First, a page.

The BC Teachers’ Federation says if non-medical front-line workers won’t be prioritized for COVID-19 vaccines, the province needs to boost safety measures in B.C.’s schools.
The province unveiled its updated vaccine rollout plans on Friday, which accounts for a delay in shipments of the Pfizer-BioNTech vaccine announced last week.
Read more: New B.C. COVID-19 school exposures in 2021
The plan prioritizes age and medical vulnerability, and unless additional vaccines are secured, means frontline workers such as teachers and grocery store employees won’t get immunized ahead of anyone else in their age bracket.
In a statement Friday, the union said it was disappointed at the news, but acknowledged the province needed to prioritize saving lives.
“The vaccine supply limit is beyond our control and those among us who are most vulnerable of death and serious illness must be vaccinated first, it said.
“Hopefully more vaccines are approved and this immunization strategy will be appropriately adjusted and accelerated.”
However, with many teachers now expecting to get vaccinated between May and August, the union says the province must address some of its long-standing concerns about COVID-19 safety in schools.
Those complaints include the lack of a school-wide mask mandate, classroom size and density and ventilation.
“There is no denying that teachers are stressed, anxious, and even afraid. We do not have the layers of protection in our schools that exist in other environments,” the union said.
“Schools need the same safety measures as every single other workplace. This government and school districts must do more.”
Julia MacRae, president of the Surrey Teachers Association, told Global News that many instructors in the district are in their 50s or 60s, meaning the age-based rollout isn’t all bad.
The district is among the hardest hit by the pandemic, due to high levels of community transmission in Surrey and the Fraser Health region in general.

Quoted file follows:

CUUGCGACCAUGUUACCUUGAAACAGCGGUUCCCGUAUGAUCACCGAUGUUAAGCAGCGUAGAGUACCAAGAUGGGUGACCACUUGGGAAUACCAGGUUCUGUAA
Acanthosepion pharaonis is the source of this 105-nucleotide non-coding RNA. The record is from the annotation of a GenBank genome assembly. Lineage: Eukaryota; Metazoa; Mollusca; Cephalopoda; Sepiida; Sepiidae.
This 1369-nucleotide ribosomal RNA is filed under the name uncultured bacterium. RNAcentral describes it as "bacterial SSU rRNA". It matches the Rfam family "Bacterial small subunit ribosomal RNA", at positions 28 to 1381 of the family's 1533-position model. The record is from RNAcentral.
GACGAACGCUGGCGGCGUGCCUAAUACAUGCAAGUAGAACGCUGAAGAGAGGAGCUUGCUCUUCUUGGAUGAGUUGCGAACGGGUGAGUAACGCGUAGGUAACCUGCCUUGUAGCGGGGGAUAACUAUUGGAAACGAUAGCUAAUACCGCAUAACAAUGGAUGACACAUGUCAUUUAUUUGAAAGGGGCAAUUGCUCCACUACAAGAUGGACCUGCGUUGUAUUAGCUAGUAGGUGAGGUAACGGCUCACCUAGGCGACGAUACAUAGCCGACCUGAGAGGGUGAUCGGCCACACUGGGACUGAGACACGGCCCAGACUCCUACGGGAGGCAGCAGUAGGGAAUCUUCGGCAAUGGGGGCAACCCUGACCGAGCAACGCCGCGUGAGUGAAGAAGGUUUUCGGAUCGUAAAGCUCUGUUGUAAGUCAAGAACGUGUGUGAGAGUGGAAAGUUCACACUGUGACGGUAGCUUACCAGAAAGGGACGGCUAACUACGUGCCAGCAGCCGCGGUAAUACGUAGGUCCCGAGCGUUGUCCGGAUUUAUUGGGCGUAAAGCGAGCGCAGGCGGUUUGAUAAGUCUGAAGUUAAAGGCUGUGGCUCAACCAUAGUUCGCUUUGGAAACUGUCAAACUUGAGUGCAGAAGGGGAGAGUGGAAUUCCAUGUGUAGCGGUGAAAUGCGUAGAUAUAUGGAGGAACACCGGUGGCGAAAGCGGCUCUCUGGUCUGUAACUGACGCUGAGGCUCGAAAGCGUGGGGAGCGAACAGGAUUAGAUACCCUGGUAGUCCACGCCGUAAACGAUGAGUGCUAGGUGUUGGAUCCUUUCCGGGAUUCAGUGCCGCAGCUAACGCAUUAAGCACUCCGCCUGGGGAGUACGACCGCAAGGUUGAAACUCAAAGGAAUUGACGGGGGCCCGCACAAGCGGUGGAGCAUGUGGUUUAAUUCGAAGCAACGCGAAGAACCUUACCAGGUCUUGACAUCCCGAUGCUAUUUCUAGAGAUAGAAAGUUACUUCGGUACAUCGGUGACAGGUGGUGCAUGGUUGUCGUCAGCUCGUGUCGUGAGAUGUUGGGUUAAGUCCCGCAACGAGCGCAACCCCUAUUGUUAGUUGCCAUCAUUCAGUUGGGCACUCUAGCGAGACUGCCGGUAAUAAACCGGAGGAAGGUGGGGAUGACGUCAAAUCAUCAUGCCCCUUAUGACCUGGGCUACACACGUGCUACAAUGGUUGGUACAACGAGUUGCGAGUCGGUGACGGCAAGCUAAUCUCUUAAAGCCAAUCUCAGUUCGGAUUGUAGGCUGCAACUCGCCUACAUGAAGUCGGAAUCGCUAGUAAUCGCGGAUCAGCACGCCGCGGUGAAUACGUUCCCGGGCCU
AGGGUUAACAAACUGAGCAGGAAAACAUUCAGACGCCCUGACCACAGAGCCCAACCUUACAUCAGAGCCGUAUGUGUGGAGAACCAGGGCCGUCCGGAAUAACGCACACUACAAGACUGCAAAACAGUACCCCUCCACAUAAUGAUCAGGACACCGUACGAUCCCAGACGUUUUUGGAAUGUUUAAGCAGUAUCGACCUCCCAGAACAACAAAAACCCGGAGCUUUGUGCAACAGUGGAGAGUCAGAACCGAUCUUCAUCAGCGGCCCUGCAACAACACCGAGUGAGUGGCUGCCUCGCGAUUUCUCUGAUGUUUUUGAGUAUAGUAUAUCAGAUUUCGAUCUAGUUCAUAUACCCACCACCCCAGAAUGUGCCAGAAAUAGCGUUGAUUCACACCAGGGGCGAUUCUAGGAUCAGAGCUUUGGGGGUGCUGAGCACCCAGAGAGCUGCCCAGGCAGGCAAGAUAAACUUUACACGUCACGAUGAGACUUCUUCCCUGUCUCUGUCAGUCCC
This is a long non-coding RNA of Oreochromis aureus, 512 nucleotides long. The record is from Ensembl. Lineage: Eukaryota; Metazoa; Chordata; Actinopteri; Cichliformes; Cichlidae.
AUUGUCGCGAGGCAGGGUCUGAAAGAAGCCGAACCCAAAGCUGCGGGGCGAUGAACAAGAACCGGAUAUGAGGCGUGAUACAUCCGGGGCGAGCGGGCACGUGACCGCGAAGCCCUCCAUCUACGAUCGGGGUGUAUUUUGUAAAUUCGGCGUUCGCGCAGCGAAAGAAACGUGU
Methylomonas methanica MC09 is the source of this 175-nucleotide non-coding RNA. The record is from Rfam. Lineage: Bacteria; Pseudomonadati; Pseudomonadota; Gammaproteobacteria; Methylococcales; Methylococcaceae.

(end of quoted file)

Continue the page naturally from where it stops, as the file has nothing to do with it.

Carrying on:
MacRae said given the uneven distribution of COVID, the province should also be willing to look at increased protection for teachers in districts like hers — particularly given crowding in Surrey schools.
“Where the COVID is worse is where things need to change urgently,” she said.
“If COVID is out of control or very worrisome in one community, schools are part of the community, very intimately part of the community with children, parents coming back and forth … We’re not immune from COVID and we need more protection.”
In a statement, the Ministry of Education said it had upgraded 5,800 hand hygiene or washing stations, and upgraded 45,283 air or ventilation filters, since the start of the pandemic.
It argued schools are different from a grocery store or other retail environment, where strangers are free to come and go, and said masks are required in high-traffic areas such as school hallways.
Provincial health officials maintain that while there may have been hundreds of exposures in B.C. schools, actual transmission of the virus remains rare.
Recent data from Vancouver Coastal Health found COVID-19 transmission occurred in fewer than 10 per cent of exposures in a school setting.
At the province’s last modelling update in December, officials said transmission occurred in about 12.8 per cent of exposures in Fraser Health.
The United Food and Commercial Workers Union also weighed in on the new timetable Friday.
UFCW local 1518 president Kim Novak said the union remained optimistic its 24,000 members could still be vaccinated in phase three of the province’s four-phase program.
“For a lot of people who have been going into the grocery store or for our members who work in food processing plants, they’ve been the ones who have been feeding British Columbians and Canadians throughout this pandemic,” Novak said.
“So any assurances that we can have for our members that they will be prioritized when more vaccines come in for their safety and for the safety of everyone they’re interacting with is very important.View link »